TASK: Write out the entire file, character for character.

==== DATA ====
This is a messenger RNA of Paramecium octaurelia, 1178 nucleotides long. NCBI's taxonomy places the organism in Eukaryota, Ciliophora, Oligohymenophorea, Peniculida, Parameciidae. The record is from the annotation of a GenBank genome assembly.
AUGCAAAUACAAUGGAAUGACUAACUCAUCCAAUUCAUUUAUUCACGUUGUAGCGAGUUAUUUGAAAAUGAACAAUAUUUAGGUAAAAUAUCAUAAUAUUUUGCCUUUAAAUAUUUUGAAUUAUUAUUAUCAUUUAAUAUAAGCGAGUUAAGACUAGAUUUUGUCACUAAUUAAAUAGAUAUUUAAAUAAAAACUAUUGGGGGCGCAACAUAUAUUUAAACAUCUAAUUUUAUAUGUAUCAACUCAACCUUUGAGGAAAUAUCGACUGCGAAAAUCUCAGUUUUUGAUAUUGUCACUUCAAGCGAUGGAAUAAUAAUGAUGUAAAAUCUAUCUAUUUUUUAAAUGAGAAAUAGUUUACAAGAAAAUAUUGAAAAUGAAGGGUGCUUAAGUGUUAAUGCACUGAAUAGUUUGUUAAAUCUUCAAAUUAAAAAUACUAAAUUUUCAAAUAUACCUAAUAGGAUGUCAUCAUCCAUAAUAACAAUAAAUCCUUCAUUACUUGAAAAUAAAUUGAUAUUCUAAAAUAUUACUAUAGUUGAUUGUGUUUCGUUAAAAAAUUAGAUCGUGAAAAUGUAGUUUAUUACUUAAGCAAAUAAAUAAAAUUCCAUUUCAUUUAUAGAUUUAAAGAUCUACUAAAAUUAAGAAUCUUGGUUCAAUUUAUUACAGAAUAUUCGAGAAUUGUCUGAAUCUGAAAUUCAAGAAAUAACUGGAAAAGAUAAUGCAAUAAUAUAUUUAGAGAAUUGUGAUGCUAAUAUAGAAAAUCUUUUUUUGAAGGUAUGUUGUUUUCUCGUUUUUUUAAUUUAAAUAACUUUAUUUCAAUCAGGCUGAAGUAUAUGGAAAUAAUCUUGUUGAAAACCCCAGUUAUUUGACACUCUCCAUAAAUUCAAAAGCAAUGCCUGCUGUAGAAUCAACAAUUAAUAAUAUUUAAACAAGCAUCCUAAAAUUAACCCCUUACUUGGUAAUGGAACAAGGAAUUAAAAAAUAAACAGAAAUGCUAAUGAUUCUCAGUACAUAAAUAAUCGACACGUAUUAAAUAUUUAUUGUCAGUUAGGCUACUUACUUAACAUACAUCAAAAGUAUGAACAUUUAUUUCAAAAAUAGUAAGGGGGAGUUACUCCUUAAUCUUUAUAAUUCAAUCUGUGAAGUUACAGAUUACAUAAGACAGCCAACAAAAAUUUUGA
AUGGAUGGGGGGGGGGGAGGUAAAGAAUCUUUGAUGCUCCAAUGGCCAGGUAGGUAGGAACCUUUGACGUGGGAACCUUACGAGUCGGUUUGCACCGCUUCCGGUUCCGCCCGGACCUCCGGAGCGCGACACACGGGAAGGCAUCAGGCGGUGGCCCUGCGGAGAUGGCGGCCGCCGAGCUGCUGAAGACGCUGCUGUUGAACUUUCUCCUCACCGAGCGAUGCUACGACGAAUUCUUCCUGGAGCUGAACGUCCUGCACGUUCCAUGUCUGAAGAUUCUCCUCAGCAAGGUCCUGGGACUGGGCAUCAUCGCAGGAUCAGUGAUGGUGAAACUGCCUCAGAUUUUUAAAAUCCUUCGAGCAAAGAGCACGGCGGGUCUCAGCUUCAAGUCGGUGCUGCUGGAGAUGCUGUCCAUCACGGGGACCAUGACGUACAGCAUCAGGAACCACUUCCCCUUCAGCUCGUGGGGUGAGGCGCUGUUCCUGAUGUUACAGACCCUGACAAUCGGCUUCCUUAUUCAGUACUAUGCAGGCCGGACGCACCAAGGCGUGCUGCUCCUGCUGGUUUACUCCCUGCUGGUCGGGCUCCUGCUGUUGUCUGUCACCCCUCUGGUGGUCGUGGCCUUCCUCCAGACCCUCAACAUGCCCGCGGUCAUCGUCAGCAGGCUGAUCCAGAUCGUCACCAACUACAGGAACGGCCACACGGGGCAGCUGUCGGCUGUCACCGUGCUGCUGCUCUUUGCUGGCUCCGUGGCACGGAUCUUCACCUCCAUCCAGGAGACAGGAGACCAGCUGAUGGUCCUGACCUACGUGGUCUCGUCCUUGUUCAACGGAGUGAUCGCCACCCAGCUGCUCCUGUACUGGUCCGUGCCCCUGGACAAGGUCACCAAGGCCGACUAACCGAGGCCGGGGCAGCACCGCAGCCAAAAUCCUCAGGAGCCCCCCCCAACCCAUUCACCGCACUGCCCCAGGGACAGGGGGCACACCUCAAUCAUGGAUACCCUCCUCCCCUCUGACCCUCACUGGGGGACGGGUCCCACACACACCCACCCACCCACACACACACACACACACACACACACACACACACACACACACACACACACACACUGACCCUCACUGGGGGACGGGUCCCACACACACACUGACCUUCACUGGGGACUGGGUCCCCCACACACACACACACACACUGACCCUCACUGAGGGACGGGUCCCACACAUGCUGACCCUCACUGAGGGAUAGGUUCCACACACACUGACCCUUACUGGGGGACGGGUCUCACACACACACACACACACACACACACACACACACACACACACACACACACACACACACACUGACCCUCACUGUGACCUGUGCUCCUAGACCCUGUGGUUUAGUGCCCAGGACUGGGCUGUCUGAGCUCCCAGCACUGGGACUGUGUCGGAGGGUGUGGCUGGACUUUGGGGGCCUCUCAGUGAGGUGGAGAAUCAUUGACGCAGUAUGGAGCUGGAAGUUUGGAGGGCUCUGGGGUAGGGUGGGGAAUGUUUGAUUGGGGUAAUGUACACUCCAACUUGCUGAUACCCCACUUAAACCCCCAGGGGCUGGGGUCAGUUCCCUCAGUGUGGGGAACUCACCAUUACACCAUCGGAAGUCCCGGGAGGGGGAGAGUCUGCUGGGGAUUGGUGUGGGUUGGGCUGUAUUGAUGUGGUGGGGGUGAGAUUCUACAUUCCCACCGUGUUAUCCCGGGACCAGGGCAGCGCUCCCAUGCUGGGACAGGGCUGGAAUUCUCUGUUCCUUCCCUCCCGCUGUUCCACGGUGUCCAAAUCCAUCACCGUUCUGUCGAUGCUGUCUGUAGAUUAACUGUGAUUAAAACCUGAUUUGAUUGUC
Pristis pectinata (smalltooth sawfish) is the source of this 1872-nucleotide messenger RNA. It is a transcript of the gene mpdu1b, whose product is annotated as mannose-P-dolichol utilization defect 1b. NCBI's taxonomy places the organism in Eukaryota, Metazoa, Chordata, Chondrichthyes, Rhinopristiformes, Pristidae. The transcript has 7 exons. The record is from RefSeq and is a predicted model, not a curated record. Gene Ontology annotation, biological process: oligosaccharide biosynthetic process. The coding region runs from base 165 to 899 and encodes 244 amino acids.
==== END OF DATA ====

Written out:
This is a messenger RNA of Paramecium octaurelia, 1178 nucleotides long. NCBI's taxonomy places the organism in Eukaryota, Ciliophora, Oligohymenophorea, Peniculida, Parameciidae. The record is from the annotation of a GenBank genome assembly.
AUGCAAAUACAAUGGAAUGACUAACUCAUCCAAUUCAUUUAUUCACGUUGUAGCGAGUUAUUUGAAAAUGAACAAUAUUUAGGUAAAAUAUCAUAAUAUUUUGCCUUUAAAUAUUUUGAAUUAUUAUUAUCAUUUAAUAUAAGCGAGUUAAGACUAGAUUUUGUCACUAAUUAAAUAGAUAUUUAAAUAAAAACUAUUGGGGGCGCAACAUAUAUUUAAACAUCUAAUUUUAUAUGUAUCAACUCAACCUUUGAGGAAAUAUCGACUGCGAAAAUCUCAGUUUUUGAUAUUGUCACUUCAAGCGAUGGAAUAAUAAUGAUGUAAAAUCUAUCUAUUUUUUAAAUGAGAAAUAGUUUACAAGAAAAUAUUGAAAAUGAAGGGUGCUUAAGUGUUAAUGCACUGAAUAGUUUGUUAAAUCUUCAAAUUAAAAAUACUAAAUUUUCAAAUAUACCUAAUAGGAUGUCAUCAUCCAUAAUAACAAUAAAUCCUUCAUUACUUGAAAAUAAAUUGAUAUUCUAAAAUAUUACUAUAGUUGAUUGUGUUUCGUUAAAAAAUUAGAUCGUGAAAAUGUAGUUUAUUACUUAAGCAAAUAAAUAAAAUUCCAUUUCAUUUAUAGAUUUAAAGAUCUACUAAAAUUAAGAAUCUUGGUUCAAUUUAUUACAGAAUAUUCGAGAAUUGUCUGAAUCUGAAAUUCAAGAAAUAACUGGAAAAGAUAAUGCAAUAAUAUAUUUAGAGAAUUGUGAUGCUAAUAUAGAAAAUCUUUUUUUGAAGGUAUGUUGUUUUCUCGUUUUUUUAAUUUAAAUAACUUUAUUUCAAUCAGGCUGAAGUAUAUGGAAAUAAUCUUGUUGAAAACCCCAGUUAUUUGACACUCUCCAUAAAUUCAAAAGCAAUGCCUGCUGUAGAAUCAACAAUUAAUAAUAUUUAAACAAGCAUCCUAAAAUUAACCCCUUACUUGGUAAUGGAACAAGGAAUUAAAAAAUAAACAGAAAUGCUAAUGAUUCUCAGUACAUAAAUAAUCGACACGUAUUAAAUAUUUAUUGUCAGUUAGGCUACUUACUUAACAUACAUCAAAAGUAUGAACAUUUAUUUCAAAAAUAGUAAGGGGGAGUUACUCCUUAAUCUUUAUAAUUCAAUCUGUGAAGUUACAGAUUACAUAAGACAGCCAACAAAAAUUUUGA
AUGGAUGGGGGGGGGGGAGGUAAAGAAUCUUUGAUGCUCCAAUGGCCAGGUAGGUAGGAACCUUUGACGUGGGAACCUUACGAGUCGGUUUGCACCGCUUCCGGUUCCGCCCGGACCUCCGGAGCGCGACACACGGGAAGGCAUCAGGCGGUGGCCCUGCGGAGAUGGCGGCCGCCGAGCUGCUGAAGACGCUGCUGUUGAACUUUCUCCUCACCGAGCGAUGCUACGACGAAUUCUUCCUGGAGCUGAACGUCCUGCACGUUCCAUGUCUGAAGAUUCUCCUCAGCAAGGUCCUGGGACUGGGCAUCAUCGCAGGAUCAGUGAUGGUGAAACUGCCUCAGAUUUUUAAAAUCCUUCGAGCAAAGAGCACGGCGGGUCUCAGCUUCAAGUCGGUGCUGCUGGAGAUGCUGUCCAUCACGGGGACCAUGACGUACAGCAUCAGGAACCACUUCCCCUUCAGCUCGUGGGGUGAGGCGCUGUUCCUGAUGUUACAGACCCUGACAAUCGGCUUCCUUAUUCAGUACUAUGCAGGCCGGACGCACCAAGGCGUGCUGCUCCUGCUGGUUUACUCCCUGCUGGUCGGGCUCCUGCUGUUGUCUGUCACCCCUCUGGUGGUCGUGGCCUUCCUCCAGACCCUCAACAUGCCCGCGGUCAUCGUCAGCAGGCUGAUCCAGAUCGUCACCAACUACAGGAACGGCCACACGGGGCAGCUGUCGGCUGUCACCGUGCUGCUGCUCUUUGCUGGCUCCGUGGCACGGAUCUUCACCUCCAUCCAGGAGACAGGAGACCAGCUGAUGGUCCUGACCUACGUGGUCUCGUCCUUGUUCAACGGAGUGAUCGCCACCCAGCUGCUCCUGUACUGGUCCGUGCCCCUGGACAAGGUCACCAAGGCCGACUAACCGAGGCCGGGGCAGCACCGCAGCCAAAAUCCUCAGGAGCCCCCCCCAACCCAUUCACCGCACUGCCCCAGGGACAGGGGGCACACCUCAAUCAUGGAUACCCUCCUCCCCUCUGACCCUCACUGGGGGACGGGUCCCACACACACCCACCCACCCACACACACACACACACACACACACACACACACACACACACACACACACACACACUGACCCUCACUGGGGGACGGGUCCCACACACACACUGACCUUCACUGGGGACUGGGUCCCCCACACACACACACACACACUGACCCUCACUGAGGGACGGGUCCCACACAUGCUGACCCUCACUGAGGGAUAGGUUCCACACACACUGACCCUUACUGGGGGACGGGUCUCACACACACACACACACACACACACACACACACACACACACACACACACACACACACACACUGACCCUCACUGUGACCUGUGCUCCUAGACCCUGUGGUUUAGUGCCCAGGACUGGGCUGUCUGAGCUCCCAGCACUGGGACUGUGUCGGAGGGUGUGGCUGGACUUUGGGGGCCUCUCAGUGAGGUGGAGAAUCAUUGACGCAGUAUGGAGCUGGAAGUUUGGAGGGCUCUGGGGUAGGGUGGGGAAUGUUUGAUUGGGGUAAUGUACACUCCAACUUGCUGAUACCCCACUUAAACCCCCAGGGGCUGGGGUCAGUUCCCUCAGUGUGGGGAACUCACCAUUACACCAUCGGAAGUCCCGGGAGGGGGAGAGUCUGCUGGGGAUUGGUGUGGGUUGGGCUGUAUUGAUGUGGUGGGGGUGAGAUUCUACAUUCCCACCGUGUUAUCCCGGGACCAGGGCAGCGCUCCCAUGCUGGGACAGGGCUGGAAUUCUCUGUUCCUUCCCUCCCGCUGUUCCACGGUGUCCAAAUCCAUCACCGUUCUGUCGAUGCUGUCUGUAGAUUAACUGUGAUUAAAACCUGAUUUGAUUGUC
Pristis pectinata (smalltooth sawfish) is the source of this 1872-nucleotide messenger RNA. It is a transcript of the gene mpdu1b, whose product is annotated as mannose-P-dolichol utilization defect 1b. NCBI's taxonomy places the organism in Eukaryota, Metazoa, Chordata, Chondrichthyes, Rhinopristiformes, Pristidae. The transcript has 7 exons. The record is from RefSeq and is a predicted model, not a curated record. Gene Ontology annotation, biological process: oligosaccharide biosynthetic process. The coding region runs from base 165 to 899 and encodes 244 amino acids.